§1 of the Charter of Rights and Freedoms. Referenced in Adam Dodek, The Charter Debates (Toronto: University of Toronto Press, 2018), p. 106.

    4. The second part of my question, Mr. Chairman, relates to the use of te word law in Section 1. Any limitations must be as the section states prescribed “by law”. My reading of that, and I hope I am wrong, but my reading of that is a regulation of the government could limit in fact any of the rights or freedoms which are contained this proposed Charter. I believe that the word law indeed does include a regulation as it has been defined in Canadian jurisprudence and, Mr. Minister I would hope … Mr. Chrétien: When you talk about regulations … Mr. Robinson: If I can just conclude my question, Mr. Minister, my understanding is that that is the way the law is interpreted, if that is the case then what this is saying is the government, the Cabinet can take away any of these rights, although there is still the recourse to the courts, and I would hope that you would be prepared to look seriously at an amendment which would make it very clear that it is only legislatures or Parliament which could abrogate these very fundamental rights of Canadian citizens? Mr. Chrétien: Yes, but the regution that when we vote any laws in Parliament we always make provisions for regulations, and the regulations that flow from law are part of the law that has been passed, a delegation of authority to the executive to proclaim some regulation that will make possible the law that we pass the enforced, and I think that everything is part of the same law and it will be impossible to—I can look at your suggestion but the principles are the same and if any regulation passed by any government in relation to regulation based on the law, this same test will apply, and the citizens will have the same recourse and I do not see the point unless there are some regulations that could be made outside of the law, but there is not. When you pass an Order in Council, we always have to base our decision on some legal, we need a legal base. Mr. Robinson: There is no debate in Parliament. Mr. Chrétien: But there is a debate in Parliament to authorize the executive branch of the government to do this and do that, otherwise if we are not autorized by Parliament we cannot do that. Perhaps, I do not know, there might be some exception to that rule. Do you know any? Mr. Strayer: No. Mr. Chrétien: I do not. Because if we act without any authority from any law, our action is illegal. So I am not preoccupied with the problem you are raising. [Page 48] Of course, you can always argue in the House we should never give any delegated authority to any Order in Council. Mr. Robinson: No, no. Mr. Chrétien: No, but y could, and say everything has to be approved by Parliament on a daily basis. We could but it would be a hell of a mess. Mr. Robinson: Mr. Minister, I am saying that where there are to be abrogations, that Parliament should discuss that at least.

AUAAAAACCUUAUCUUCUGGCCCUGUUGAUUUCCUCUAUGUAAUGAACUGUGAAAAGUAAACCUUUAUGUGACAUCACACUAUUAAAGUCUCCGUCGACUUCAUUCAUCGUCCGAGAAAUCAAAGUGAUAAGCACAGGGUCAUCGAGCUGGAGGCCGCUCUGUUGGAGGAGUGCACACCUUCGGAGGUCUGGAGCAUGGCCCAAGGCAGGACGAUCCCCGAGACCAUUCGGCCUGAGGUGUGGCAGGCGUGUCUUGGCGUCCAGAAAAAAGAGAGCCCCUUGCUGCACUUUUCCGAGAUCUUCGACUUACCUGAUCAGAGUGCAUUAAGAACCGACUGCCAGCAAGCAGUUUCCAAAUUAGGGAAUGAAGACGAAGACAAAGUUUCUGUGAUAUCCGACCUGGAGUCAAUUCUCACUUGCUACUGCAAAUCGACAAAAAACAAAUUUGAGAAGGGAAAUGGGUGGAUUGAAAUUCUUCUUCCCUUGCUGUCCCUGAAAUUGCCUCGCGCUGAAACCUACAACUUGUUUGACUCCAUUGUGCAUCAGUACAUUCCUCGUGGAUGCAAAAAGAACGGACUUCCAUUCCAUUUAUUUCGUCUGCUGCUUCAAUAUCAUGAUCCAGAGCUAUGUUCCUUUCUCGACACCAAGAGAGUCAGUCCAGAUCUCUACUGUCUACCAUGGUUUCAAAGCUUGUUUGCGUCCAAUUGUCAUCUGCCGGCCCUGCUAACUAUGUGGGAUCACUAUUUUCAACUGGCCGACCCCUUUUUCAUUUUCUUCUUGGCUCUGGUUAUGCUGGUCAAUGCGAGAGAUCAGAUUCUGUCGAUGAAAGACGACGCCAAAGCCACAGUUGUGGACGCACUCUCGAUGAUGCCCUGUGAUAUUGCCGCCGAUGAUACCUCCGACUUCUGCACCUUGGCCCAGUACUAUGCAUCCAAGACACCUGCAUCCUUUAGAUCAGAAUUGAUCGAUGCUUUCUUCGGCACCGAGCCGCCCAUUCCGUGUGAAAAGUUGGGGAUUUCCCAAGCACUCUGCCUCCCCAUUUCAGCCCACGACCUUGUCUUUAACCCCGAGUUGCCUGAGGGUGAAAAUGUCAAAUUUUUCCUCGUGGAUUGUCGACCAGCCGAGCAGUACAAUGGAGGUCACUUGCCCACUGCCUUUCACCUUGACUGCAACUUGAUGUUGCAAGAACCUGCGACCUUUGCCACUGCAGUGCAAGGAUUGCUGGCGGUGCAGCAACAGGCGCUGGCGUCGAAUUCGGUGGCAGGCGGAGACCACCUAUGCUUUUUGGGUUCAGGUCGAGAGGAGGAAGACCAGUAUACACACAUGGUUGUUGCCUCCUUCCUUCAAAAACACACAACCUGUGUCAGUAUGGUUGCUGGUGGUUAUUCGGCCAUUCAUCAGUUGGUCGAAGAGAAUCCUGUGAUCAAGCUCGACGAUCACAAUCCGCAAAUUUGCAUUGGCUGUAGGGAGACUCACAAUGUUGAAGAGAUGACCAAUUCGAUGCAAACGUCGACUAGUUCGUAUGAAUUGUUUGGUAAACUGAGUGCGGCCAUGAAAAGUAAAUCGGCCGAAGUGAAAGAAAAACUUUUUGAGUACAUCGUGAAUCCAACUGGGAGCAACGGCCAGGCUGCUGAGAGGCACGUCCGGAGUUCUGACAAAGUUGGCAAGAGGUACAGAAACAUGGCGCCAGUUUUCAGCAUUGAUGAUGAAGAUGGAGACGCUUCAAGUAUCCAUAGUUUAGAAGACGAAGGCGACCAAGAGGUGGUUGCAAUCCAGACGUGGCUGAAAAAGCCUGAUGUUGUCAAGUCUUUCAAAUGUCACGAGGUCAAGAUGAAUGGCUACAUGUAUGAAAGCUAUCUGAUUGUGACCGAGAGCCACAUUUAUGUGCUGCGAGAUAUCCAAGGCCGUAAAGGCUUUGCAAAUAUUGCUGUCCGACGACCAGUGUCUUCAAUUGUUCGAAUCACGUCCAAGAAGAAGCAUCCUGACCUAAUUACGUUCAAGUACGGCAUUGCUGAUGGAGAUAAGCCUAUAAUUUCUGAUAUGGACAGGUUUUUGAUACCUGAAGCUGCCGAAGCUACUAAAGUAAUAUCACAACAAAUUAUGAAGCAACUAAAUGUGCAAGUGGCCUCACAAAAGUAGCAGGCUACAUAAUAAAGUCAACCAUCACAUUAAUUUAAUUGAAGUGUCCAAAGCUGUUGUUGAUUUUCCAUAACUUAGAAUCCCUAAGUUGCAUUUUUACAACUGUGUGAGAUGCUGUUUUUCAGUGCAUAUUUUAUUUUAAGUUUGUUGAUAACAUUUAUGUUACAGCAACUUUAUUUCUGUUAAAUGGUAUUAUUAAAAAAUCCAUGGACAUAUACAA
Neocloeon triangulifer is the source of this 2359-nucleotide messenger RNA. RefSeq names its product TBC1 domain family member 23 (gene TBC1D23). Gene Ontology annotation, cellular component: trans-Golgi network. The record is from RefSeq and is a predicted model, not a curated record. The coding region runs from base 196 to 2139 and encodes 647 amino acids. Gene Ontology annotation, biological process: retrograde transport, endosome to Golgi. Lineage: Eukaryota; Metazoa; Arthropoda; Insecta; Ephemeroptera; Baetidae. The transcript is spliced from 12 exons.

§1 of the Charter of Rights and Freedoms. Referenced in Adam Dodek, The Charter Debates (Toronto: University of Toronto Press, 2018), pp. 105-106.

    5. Mr. Minister, Section I as it stands now modifies everything that is contained in the Charter, and I appreciate that there can be difficulties in defining which particular rights should never be abrogated. Would you be prepared to look as a minimum at least at excluding those rights which are contained in the Covenant’? If you look at the Covenant I am sure you would agree that it is not a very comprehensive listing, but at least excluding, for example, the right to protection from cruel and unusual punishment. Would you be prepared to look at those areas which this Committee as a whole could agree upon should be protected from trampling upon at any time? Mr. Chrétien: If you ask me would I be willing to look upon, I can look into that but I do think that why we have proceeded in that way, the technical reason, I will ask my advisor to reply to aspect. Mr. Strayer: Well, any attempt to make a list is going to be arbitrary, I think, even if you look at the international covenant. It is somewhat arbitrary in the rights it says can never be derogated and those which it implies can be derogated. For example, in time of emergency or war it forbids derogation from rights such as rights against discrimination on the basis of race or colour but it allows discrimination, apparently, on the basis of national origin; and one can argue overwhat rights ought to be in theory derogable in times of emergency and ones which might not be, but the approach which we are taking here in the new Section I is to leave that as a matter of judgment in the given situation and it is very hard to imagine any situation, for example, where a court would say that it was, in the words of the section, demonstrably justified in a [Page 47] free and democratic society to use cruel or unusual punishment. Even in time of emergency. Mr. Robinson: Mr. Chairman, I understand the argument that was made, but just to conclude this question with respect to Section 1, I do hope that if the Committee can agree on certain restricted areas which, as you say, should never be, I assume you would agree, never be violated, that the government would be prepared to at least consider a possible amendment to that effect.

      §1 of the Charter of Rights and Freedoms. Referenced in Adam Dodek, The Charter Debates (Toronto: University of Toronto Press, 2018), pp. 104-105.